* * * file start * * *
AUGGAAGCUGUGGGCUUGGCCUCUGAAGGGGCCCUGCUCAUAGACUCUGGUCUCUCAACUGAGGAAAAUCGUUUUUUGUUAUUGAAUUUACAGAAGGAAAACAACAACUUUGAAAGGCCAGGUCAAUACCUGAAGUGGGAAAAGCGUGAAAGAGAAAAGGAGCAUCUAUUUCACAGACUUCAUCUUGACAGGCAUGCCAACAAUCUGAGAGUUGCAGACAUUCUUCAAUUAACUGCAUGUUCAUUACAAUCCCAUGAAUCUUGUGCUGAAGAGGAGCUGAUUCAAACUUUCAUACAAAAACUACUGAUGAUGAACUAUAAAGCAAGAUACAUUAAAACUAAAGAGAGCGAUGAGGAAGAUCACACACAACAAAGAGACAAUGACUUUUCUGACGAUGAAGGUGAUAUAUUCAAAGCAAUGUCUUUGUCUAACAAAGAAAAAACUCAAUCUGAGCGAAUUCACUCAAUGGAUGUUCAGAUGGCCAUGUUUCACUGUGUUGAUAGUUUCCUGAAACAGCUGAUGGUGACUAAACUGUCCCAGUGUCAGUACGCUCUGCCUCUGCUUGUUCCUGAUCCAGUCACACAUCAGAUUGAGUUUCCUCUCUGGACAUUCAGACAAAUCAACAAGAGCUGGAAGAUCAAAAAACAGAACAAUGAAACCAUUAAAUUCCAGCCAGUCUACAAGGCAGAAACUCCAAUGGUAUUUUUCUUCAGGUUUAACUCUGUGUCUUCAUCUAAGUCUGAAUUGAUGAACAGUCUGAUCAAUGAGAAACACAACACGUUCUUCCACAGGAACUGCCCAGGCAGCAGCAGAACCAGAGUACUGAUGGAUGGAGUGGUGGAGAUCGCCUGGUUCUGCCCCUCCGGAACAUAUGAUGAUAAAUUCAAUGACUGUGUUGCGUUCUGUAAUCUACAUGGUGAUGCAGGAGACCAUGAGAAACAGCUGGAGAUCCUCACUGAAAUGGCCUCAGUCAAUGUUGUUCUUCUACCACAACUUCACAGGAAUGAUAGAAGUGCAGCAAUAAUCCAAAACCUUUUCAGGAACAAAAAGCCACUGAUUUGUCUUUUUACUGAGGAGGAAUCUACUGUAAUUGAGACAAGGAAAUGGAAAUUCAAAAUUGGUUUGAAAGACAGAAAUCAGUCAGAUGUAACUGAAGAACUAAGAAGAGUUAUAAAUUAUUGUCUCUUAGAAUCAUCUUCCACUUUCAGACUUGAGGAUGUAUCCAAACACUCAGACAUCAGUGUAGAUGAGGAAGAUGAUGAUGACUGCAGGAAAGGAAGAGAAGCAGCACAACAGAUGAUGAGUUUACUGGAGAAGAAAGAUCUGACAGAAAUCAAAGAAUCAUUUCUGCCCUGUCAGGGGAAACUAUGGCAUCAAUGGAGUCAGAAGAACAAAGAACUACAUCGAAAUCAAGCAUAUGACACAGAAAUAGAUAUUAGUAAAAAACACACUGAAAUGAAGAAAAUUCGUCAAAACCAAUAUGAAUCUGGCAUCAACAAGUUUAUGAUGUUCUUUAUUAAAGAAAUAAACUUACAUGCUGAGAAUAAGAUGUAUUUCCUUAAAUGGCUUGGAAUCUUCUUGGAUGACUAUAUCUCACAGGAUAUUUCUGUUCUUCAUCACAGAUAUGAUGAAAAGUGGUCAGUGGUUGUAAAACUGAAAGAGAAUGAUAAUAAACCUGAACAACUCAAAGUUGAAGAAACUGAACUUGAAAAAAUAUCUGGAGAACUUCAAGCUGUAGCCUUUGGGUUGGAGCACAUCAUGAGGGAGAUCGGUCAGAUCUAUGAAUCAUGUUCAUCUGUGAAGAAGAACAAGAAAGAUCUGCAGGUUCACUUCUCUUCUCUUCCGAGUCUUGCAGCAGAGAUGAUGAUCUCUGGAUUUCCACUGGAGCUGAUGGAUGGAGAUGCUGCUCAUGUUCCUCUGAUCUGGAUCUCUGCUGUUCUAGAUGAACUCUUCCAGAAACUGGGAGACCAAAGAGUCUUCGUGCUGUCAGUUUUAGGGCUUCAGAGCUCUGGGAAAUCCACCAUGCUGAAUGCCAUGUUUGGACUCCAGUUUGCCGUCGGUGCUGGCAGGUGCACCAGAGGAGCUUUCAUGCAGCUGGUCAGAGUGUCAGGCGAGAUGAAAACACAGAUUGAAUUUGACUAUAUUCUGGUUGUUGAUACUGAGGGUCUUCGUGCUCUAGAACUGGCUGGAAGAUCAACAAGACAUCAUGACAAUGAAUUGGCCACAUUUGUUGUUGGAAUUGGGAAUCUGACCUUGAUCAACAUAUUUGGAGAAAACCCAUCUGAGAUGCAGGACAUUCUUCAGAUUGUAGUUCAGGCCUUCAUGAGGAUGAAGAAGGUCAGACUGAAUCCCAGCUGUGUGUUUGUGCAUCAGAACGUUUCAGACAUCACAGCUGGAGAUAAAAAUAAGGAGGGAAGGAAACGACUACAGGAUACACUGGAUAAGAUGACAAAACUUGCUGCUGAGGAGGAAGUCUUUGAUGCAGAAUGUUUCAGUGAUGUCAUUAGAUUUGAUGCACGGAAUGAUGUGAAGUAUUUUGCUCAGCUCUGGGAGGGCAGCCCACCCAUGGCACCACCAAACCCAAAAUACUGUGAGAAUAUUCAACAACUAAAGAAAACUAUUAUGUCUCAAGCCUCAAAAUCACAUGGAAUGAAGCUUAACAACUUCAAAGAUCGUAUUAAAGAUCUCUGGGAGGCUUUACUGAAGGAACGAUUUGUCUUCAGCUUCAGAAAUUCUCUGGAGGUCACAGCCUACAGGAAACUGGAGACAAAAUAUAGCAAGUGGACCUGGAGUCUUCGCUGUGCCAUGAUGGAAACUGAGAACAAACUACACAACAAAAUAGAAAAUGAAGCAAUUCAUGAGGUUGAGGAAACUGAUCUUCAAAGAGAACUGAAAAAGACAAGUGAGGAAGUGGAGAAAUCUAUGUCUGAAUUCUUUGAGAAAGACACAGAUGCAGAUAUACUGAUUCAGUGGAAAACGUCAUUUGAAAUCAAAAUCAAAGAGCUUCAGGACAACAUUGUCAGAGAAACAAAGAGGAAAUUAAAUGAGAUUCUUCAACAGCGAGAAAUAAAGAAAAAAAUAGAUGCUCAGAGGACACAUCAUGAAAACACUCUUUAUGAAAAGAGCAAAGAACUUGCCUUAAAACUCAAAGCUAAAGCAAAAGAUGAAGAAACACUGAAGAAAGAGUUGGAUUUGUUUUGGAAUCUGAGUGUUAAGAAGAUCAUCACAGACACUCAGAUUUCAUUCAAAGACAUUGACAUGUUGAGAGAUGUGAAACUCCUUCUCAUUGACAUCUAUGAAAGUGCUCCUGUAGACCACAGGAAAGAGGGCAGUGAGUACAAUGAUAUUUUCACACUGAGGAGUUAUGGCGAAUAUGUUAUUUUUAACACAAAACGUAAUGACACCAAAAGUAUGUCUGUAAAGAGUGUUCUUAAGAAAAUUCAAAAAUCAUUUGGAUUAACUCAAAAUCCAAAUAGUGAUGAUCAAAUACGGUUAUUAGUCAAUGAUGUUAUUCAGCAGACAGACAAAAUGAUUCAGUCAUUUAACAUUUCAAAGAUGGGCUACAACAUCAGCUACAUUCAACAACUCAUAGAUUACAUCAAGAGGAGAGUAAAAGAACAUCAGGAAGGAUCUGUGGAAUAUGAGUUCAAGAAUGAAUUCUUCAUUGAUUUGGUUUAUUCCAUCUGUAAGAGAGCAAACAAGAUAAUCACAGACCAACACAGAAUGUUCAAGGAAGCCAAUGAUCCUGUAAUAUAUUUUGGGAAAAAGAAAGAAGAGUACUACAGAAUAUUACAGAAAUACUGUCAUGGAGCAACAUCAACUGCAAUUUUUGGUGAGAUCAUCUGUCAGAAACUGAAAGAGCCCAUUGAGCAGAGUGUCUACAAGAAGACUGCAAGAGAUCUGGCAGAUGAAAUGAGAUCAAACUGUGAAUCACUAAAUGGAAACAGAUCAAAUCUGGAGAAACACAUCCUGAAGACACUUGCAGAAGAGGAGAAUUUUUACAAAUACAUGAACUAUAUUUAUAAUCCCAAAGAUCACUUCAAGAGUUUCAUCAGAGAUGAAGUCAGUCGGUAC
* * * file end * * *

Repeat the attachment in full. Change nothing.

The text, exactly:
AUGGAAGCUGUGGGCUUGGCCUCUGAAGGGGCCCUGCUCAUAGACUCUGGUCUCUCAACUGAGGAAAAUCGUUUUUUGUUAUUGAAUUUACAGAAGGAAAACAACAACUUUGAAAGGCCAGGUCAAUACCUGAAGUGGGAAAAGCGUGAAAGAGAAAAGGAGCAUCUAUUUCACAGACUUCAUCUUGACAGGCAUGCCAACAAUCUGAGAGUUGCAGACAUUCUUCAAUUAACUGCAUGUUCAUUACAAUCCCAUGAAUCUUGUGCUGAAGAGGAGCUGAUUCAAACUUUCAUACAAAAACUACUGAUGAUGAACUAUAAAGCAAGAUACAUUAAAACUAAAGAGAGCGAUGAGGAAGAUCACACACAACAAAGAGACAAUGACUUUUCUGACGAUGAAGGUGAUAUAUUCAAAGCAAUGUCUUUGUCUAACAAAGAAAAAACUCAAUCUGAGCGAAUUCACUCAAUGGAUGUUCAGAUGGCCAUGUUUCACUGUGUUGAUAGUUUCCUGAAACAGCUGAUGGUGACUAAACUGUCCCAGUGUCAGUACGCUCUGCCUCUGCUUGUUCCUGAUCCAGUCACACAUCAGAUUGAGUUUCCUCUCUGGACAUUCAGACAAAUCAACAAGAGCUGGAAGAUCAAAAAACAGAACAAUGAAACCAUUAAAUUCCAGCCAGUCUACAAGGCAGAAACUCCAAUGGUAUUUUUCUUCAGGUUUAACUCUGUGUCUUCAUCUAAGUCUGAAUUGAUGAACAGUCUGAUCAAUGAGAAACACAACACGUUCUUCCACAGGAACUGCCCAGGCAGCAGCAGAACCAGAGUACUGAUGGAUGGAGUGGUGGAGAUCGCCUGGUUCUGCCCCUCCGGAACAUAUGAUGAUAAAUUCAAUGACUGUGUUGCGUUCUGUAAUCUACAUGGUGAUGCAGGAGACCAUGAGAAACAGCUGGAGAUCCUCACUGAAAUGGCCUCAGUCAAUGUUGUUCUUCUACCACAACUUCACAGGAAUGAUAGAAGUGCAGCAAUAAUCCAAAACCUUUUCAGGAACAAAAAGCCACUGAUUUGUCUUUUUACUGAGGAGGAAUCUACUGUAAUUGAGACAAGGAAAUGGAAAUUCAAAAUUGGUUUGAAAGACAGAAAUCAGUCAGAUGUAACUGAAGAACUAAGAAGAGUUAUAAAUUAUUGUCUCUUAGAAUCAUCUUCCACUUUCAGACUUGAGGAUGUAUCCAAACACUCAGACAUCAGUGUAGAUGAGGAAGAUGAUGAUGACUGCAGGAAAGGAAGAGAAGCAGCACAACAGAUGAUGAGUUUACUGGAGAAGAAAGAUCUGACAGAAAUCAAAGAAUCAUUUCUGCCCUGUCAGGGGAAACUAUGGCAUCAAUGGAGUCAGAAGAACAAAGAACUACAUCGAAAUCAAGCAUAUGACACAGAAAUAGAUAUUAGUAAAAAACACACUGAAAUGAAGAAAAUUCGUCAAAACCAAUAUGAAUCUGGCAUCAACAAGUUUAUGAUGUUCUUUAUUAAAGAAAUAAACUUACAUGCUGAGAAUAAGAUGUAUUUCCUUAAAUGGCUUGGAAUCUUCUUGGAUGACUAUAUCUCACAGGAUAUUUCUGUUCUUCAUCACAGAUAUGAUGAAAAGUGGUCAGUGGUUGUAAAACUGAAAGAGAAUGAUAAUAAACCUGAACAACUCAAAGUUGAAGAAACUGAACUUGAAAAAAUAUCUGGAGAACUUCAAGCUGUAGCCUUUGGGUUGGAGCACAUCAUGAGGGAGAUCGGUCAGAUCUAUGAAUCAUGUUCAUCUGUGAAGAAGAACAAGAAAGAUCUGCAGGUUCACUUCUCUUCUCUUCCGAGUCUUGCAGCAGAGAUGAUGAUCUCUGGAUUUCCACUGGAGCUGAUGGAUGGAGAUGCUGCUCAUGUUCCUCUGAUCUGGAUCUCUGCUGUUCUAGAUGAACUCUUCCAGAAACUGGGAGACCAAAGAGUCUUCGUGCUGUCAGUUUUAGGGCUUCAGAGCUCUGGGAAAUCCACCAUGCUGAAUGCCAUGUUUGGACUCCAGUUUGCCGUCGGUGCUGGCAGGUGCACCAGAGGAGCUUUCAUGCAGCUGGUCAGAGUGUCAGGCGAGAUGAAAACACAGAUUGAAUUUGACUAUAUUCUGGUUGUUGAUACUGAGGGUCUUCGUGCUCUAGAACUGGCUGGAAGAUCAACAAGACAUCAUGACAAUGAAUUGGCCACAUUUGUUGUUGGAAUUGGGAAUCUGACCUUGAUCAACAUAUUUGGAGAAAACCCAUCUGAGAUGCAGGACAUUCUUCAGAUUGUAGUUCAGGCCUUCAUGAGGAUGAAGAAGGUCAGACUGAAUCCCAGCUGUGUGUUUGUGCAUCAGAACGUUUCAGACAUCACAGCUGGAGAUAAAAAUAAGGAGGGAAGGAAACGACUACAGGAUACACUGGAUAAGAUGACAAAACUUGCUGCUGAGGAGGAAGUCUUUGAUGCAGAAUGUUUCAGUGAUGUCAUUAGAUUUGAUGCACGGAAUGAUGUGAAGUAUUUUGCUCAGCUCUGGGAGGGCAGCCCACCCAUGGCACCACCAAACCCAAAAUACUGUGAGAAUAUUCAACAACUAAAGAAAACUAUUAUGUCUCAAGCCUCAAAAUCACAUGGAAUGAAGCUUAACAACUUCAAAGAUCGUAUUAAAGAUCUCUGGGAGGCUUUACUGAAGGAACGAUUUGUCUUCAGCUUCAGAAAUUCUCUGGAGGUCACAGCCUACAGGAAACUGGAGACAAAAUAUAGCAAGUGGACCUGGAGUCUUCGCUGUGCCAUGAUGGAAACUGAGAACAAACUACACAACAAAAUAGAAAAUGAAGCAAUUCAUGAGGUUGAGGAAACUGAUCUUCAAAGAGAACUGAAAAAGACAAGUGAGGAAGUGGAGAAAUCUAUGUCUGAAUUCUUUGAGAAAGACACAGAUGCAGAUAUACUGAUUCAGUGGAAAACGUCAUUUGAAAUCAAAAUCAAAGAGCUUCAGGACAACAUUGUCAGAGAAACAAAGAGGAAAUUAAAUGAGAUUCUUCAACAGCGAGAAAUAAAGAAAAAAAUAGAUGCUCAGAGGACACAUCAUGAAAACACUCUUUAUGAAAAGAGCAAAGAACUUGCCUUAAAACUCAAAGCUAAAGCAAAAGAUGAAGAAACACUGAAGAAAGAGUUGGAUUUGUUUUGGAAUCUGAGUGUUAAGAAGAUCAUCACAGACACUCAGAUUUCAUUCAAAGACAUUGACAUGUUGAGAGAUGUGAAACUCCUUCUCAUUGACAUCUAUGAAAGUGCUCCUGUAGACCACAGGAAAGAGGGCAGUGAGUACAAUGAUAUUUUCACACUGAGGAGUUAUGGCGAAUAUGUUAUUUUUAACACAAAACGUAAUGACACCAAAAGUAUGUCUGUAAAGAGUGUUCUUAAGAAAAUUCAAAAAUCAUUUGGAUUAACUCAAAAUCCAAAUAGUGAUGAUCAAAUACGGUUAUUAGUCAAUGAUGUUAUUCAGCAGACAGACAAAAUGAUUCAGUCAUUUAACAUUUCAAAGAUGGGCUACAACAUCAGCUACAUUCAACAACUCAUAGAUUACAUCAAGAGGAGAGUAAAAGAACAUCAGGAAGGAUCUGUGGAAUAUGAGUUCAAGAAUGAAUUCUUCAUUGAUUUGGUUUAUUCCAUCUGUAAGAGAGCAAACAAGAUAAUCACAGACCAACACAGAAUGUUCAAGGAAGCCAAUGAUCCUGUAAUAUAUUUUGGGAAAAAGAAAGAAGAGUACUACAGAAUAUUACAGAAAUACUGUCAUGGAGCAACAUCAACUGCAAUUUUUGGUGAGAUCAUCUGUCAGAAACUGAAAGAGCCCAUUGAGCAGAGUGUCUACAAGAAGACUGCAAGAGAUCUGGCAGAUGAAAUGAGAUCAAACUGUGAAUCACUAAAUGGAAACAGAUCAAAUCUGGAGAAACACAUCCUGAAGACACUUGCAGAAGAGGAGAAUUUUUACAAAUACAUGAACUAUAUUUAUAAUCCCAAAGAUCACUUCAAGAGUUUCAUCAGAGAUGAAGUCAGUCGGUAC